JoyRun, the novel delivery service that takes advantage of community interaction, is moving its national launch up partially because of the COVID-19 pandemic.

The company, which started on college campuses before expanding to military bases and a handful of corporate campuses in the Bay Area, offers a different approach to food delivery. In the original model, someone—generally a student in a dorm—would start an order for that proverbial burrito. The JoyRun app sends out a notification to nearby users, allowing them to join the initial order. The app also allows people to request a run, seeking a less lazy nearby user to take orders and do the legwork for a small fee. It was all community driven, so there’s no delivery fleet to maintain or complex algorithmic operations to build. Folks making the delivery could opt to charge a few dollars per order or forgo payment in return for some karma

For restaurants, it’s a little more economical, as well. The commission is typically between 15 and 18 percent, and each JoyRun order is often much larger. As for the “runners,” they tend to see their fee as a discount on a meal, not income. That means there isn’t the drive to tack on delivery fees or increase delivery pay.

An image from the app showing an example JoyRun order.

“Sophie (for example) can also charge a small fee. She can say, if it’s people in my office I won’t charge, but people outside of the office, maybe they pay $2,” said founder and CEO Manish Rathi. “Sophie gets a discount and the restaurant gets three extra orders.”

But with COVID-19 shutting everything down, Rathi said this accelerated a standing plan for a national launch originally intended for this summer. With the pandemic’s disastrous impact on sales with campuses and businesses shut down, the company saw an opportunity to pivot. Most notably, delivery is spiking while customers are looking for ways to support their favorite restaurants without actually going inside.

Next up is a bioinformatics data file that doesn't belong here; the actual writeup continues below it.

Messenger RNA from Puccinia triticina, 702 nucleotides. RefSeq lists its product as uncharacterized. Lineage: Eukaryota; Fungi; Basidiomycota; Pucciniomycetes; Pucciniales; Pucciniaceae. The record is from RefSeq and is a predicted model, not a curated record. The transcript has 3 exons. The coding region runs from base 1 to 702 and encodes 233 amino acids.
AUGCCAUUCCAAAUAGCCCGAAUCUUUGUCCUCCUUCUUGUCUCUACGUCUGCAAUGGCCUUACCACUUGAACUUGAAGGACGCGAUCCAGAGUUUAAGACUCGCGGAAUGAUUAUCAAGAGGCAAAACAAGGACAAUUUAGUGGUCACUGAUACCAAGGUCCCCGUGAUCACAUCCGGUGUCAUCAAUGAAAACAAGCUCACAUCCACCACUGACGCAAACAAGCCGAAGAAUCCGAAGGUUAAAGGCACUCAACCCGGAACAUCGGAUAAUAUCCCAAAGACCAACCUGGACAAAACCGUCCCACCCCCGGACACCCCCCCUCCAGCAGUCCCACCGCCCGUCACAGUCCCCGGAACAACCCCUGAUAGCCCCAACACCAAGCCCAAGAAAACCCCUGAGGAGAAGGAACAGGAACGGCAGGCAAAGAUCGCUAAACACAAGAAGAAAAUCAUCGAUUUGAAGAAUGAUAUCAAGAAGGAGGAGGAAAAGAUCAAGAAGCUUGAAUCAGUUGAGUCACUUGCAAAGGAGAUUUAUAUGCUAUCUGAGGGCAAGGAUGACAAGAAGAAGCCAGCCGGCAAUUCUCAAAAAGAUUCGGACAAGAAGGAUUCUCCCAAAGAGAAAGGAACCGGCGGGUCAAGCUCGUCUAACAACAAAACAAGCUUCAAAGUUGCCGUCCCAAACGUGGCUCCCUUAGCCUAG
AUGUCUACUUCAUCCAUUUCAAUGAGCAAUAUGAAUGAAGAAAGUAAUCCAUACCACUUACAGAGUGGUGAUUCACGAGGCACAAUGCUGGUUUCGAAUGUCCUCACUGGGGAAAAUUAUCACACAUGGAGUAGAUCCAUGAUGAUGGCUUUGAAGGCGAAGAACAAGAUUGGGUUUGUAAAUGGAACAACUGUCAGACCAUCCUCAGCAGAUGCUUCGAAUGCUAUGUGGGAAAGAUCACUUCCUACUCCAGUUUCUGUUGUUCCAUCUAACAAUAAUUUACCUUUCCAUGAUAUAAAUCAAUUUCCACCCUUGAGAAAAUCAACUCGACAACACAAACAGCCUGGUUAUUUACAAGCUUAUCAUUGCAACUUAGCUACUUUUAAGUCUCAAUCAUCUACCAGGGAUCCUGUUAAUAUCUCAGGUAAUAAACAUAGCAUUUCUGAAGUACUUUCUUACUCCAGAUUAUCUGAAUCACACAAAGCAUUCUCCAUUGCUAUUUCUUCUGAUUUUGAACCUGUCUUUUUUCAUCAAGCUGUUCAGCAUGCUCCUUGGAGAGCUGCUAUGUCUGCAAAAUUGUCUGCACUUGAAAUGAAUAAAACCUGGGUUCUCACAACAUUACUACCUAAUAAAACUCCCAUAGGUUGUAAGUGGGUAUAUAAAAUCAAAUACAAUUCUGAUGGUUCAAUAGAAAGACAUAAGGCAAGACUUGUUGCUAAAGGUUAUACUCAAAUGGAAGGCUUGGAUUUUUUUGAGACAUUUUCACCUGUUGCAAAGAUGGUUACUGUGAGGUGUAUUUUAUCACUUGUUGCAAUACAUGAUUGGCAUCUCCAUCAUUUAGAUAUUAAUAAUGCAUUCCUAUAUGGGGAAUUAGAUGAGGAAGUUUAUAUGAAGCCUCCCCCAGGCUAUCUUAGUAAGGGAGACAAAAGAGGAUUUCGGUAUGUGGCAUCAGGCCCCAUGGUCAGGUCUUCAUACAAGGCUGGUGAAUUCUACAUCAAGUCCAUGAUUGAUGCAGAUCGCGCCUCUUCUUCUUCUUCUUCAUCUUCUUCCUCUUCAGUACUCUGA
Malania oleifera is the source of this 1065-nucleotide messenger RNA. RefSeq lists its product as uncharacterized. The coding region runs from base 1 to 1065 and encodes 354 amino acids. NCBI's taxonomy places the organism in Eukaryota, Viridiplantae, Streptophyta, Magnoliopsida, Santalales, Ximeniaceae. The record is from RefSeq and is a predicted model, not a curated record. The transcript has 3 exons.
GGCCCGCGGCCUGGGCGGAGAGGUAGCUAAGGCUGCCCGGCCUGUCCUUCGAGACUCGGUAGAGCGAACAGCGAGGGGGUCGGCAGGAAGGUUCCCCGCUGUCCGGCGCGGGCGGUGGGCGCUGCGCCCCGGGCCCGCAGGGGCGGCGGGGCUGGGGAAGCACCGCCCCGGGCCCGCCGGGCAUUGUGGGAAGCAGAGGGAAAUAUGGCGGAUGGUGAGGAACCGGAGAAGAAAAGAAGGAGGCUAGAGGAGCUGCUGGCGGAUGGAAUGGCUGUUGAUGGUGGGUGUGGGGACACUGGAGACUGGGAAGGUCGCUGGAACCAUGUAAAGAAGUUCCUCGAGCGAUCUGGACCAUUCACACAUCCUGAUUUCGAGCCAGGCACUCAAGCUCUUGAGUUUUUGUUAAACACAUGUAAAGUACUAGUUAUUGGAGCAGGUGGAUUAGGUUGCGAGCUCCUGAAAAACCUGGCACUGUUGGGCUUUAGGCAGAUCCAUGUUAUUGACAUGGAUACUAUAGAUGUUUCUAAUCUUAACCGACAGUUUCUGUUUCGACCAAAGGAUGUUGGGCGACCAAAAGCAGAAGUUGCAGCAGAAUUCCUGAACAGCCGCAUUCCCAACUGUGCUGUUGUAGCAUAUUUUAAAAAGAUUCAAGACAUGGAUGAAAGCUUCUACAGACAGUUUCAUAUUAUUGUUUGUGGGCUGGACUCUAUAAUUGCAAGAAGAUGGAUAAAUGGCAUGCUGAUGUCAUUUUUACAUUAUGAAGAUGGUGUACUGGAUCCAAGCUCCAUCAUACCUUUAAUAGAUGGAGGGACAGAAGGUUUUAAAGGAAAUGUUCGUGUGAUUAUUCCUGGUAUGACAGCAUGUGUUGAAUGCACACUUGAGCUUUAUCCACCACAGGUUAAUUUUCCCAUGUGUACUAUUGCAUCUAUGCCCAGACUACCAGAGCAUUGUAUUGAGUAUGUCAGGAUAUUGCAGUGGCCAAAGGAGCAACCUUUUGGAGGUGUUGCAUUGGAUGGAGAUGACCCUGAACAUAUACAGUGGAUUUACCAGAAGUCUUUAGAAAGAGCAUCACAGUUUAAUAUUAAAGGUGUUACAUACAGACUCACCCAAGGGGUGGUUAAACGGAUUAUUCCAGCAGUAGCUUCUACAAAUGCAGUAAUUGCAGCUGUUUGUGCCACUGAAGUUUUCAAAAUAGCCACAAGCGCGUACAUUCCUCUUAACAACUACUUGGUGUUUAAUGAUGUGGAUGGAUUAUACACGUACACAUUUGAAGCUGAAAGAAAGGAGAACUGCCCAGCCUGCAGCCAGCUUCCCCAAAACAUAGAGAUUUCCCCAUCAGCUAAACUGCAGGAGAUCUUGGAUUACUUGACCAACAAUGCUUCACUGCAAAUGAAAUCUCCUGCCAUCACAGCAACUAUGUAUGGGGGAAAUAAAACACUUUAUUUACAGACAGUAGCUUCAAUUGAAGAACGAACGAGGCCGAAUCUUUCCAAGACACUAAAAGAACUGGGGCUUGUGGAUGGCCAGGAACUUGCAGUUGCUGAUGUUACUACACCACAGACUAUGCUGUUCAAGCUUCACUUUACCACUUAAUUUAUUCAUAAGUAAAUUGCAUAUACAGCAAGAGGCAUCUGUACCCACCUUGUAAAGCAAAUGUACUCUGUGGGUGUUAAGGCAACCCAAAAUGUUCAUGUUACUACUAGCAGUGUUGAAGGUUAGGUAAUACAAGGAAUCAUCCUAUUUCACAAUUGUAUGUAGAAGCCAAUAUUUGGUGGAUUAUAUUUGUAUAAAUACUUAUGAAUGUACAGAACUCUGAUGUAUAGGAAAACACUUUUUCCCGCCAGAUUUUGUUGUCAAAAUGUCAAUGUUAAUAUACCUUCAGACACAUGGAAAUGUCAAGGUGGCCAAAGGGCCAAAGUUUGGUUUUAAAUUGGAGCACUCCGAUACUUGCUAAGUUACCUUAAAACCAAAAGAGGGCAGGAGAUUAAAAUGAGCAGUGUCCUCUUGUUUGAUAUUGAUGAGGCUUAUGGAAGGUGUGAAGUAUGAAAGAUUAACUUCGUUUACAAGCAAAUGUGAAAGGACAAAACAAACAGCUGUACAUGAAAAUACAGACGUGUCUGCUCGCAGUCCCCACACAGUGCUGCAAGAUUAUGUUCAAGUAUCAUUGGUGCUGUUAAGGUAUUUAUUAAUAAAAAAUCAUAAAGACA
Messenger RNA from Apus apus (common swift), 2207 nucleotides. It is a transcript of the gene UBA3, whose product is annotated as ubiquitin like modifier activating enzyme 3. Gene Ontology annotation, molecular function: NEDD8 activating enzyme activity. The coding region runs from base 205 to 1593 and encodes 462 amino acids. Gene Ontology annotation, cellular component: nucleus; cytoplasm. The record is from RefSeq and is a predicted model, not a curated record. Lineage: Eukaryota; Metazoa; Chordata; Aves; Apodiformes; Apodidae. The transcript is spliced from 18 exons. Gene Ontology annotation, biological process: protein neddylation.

He added JoyRun is also seeing dramatic order volume spikes on the military bases it operates on.

“We’ve seen a 30- to 40-percent bump week-over-week in the last seven to eight days as people are more inclined to stay on the grounds,” said Rathi. Even campus-adjacent restaurants, he said, have seen sales upticks through the platform, some doubling sales on the system as faculty and students have remained in the area order more.

The second reason to accelerate the national launch was all the college students whoreturned home to shelter-in-place with family, who have become brand ambassadors, even helping their local restaurants navigate delivery in places that could never support the driver demand necessary for another third-party provider.

“One is a small town in Illinois. There are eight or 10 restaurants, maybe a town of 2,000 to 3,000,” said Rathi. “The restaurants basically stopped doing business, (until) someone said, ‘I’ll act as a delivery service.’ Their thinking was we’ll take orders by phone, but someone told them about JoyRun.”

This change has been quite a learning experience for the company, as well. It has waived commission fees for new restaurants through May, and the team is scrambling to put together tools for operators to make deliveries using JoyRun.

The new volume from JoyRun has helped some restaurants retain front-of-house staff, switching them to delivery drivers, rather than laying them off. That is a key requirement of the Payment Protection Program from the Small Business Administration for businesses that want their loans forgiven.

Restaurants using the platform to do self-delivery on the platform are also batching orders so drivers don’t have to make many small deliveries, which makes them more like a catering order from a logistics perspective. But instead of an individual alerting nearby diners about their order, the restaurant sets up scheduled runs; which alert app users like traditional orders.

One restaurant, Bun Mi in San Francisco, was bringing sandwiches to a hospital as a charity effort. But hospital workers said they could pay and wanted to support the business by paying for sandwiches instead.

“Now, they’re coming at noon and 5 p.m. and doing as many delivery orders that come through the system,” said Rathi. “Instead of one-off orders, they can do these batch orders.”

He said there are only a handful of restaurants—10 to 12—utilizing self-delivery, but he was looking to add more in the days and weeks ahead.

Prior to COVID-19, the company planned to launch nationwide with a handful of key accounts, which was scheduled for when college students already using the service returned home. That’s still planned, but he said this pivot was a way to move things up and help partner restaurants survive through a historically brutal restaurant environment.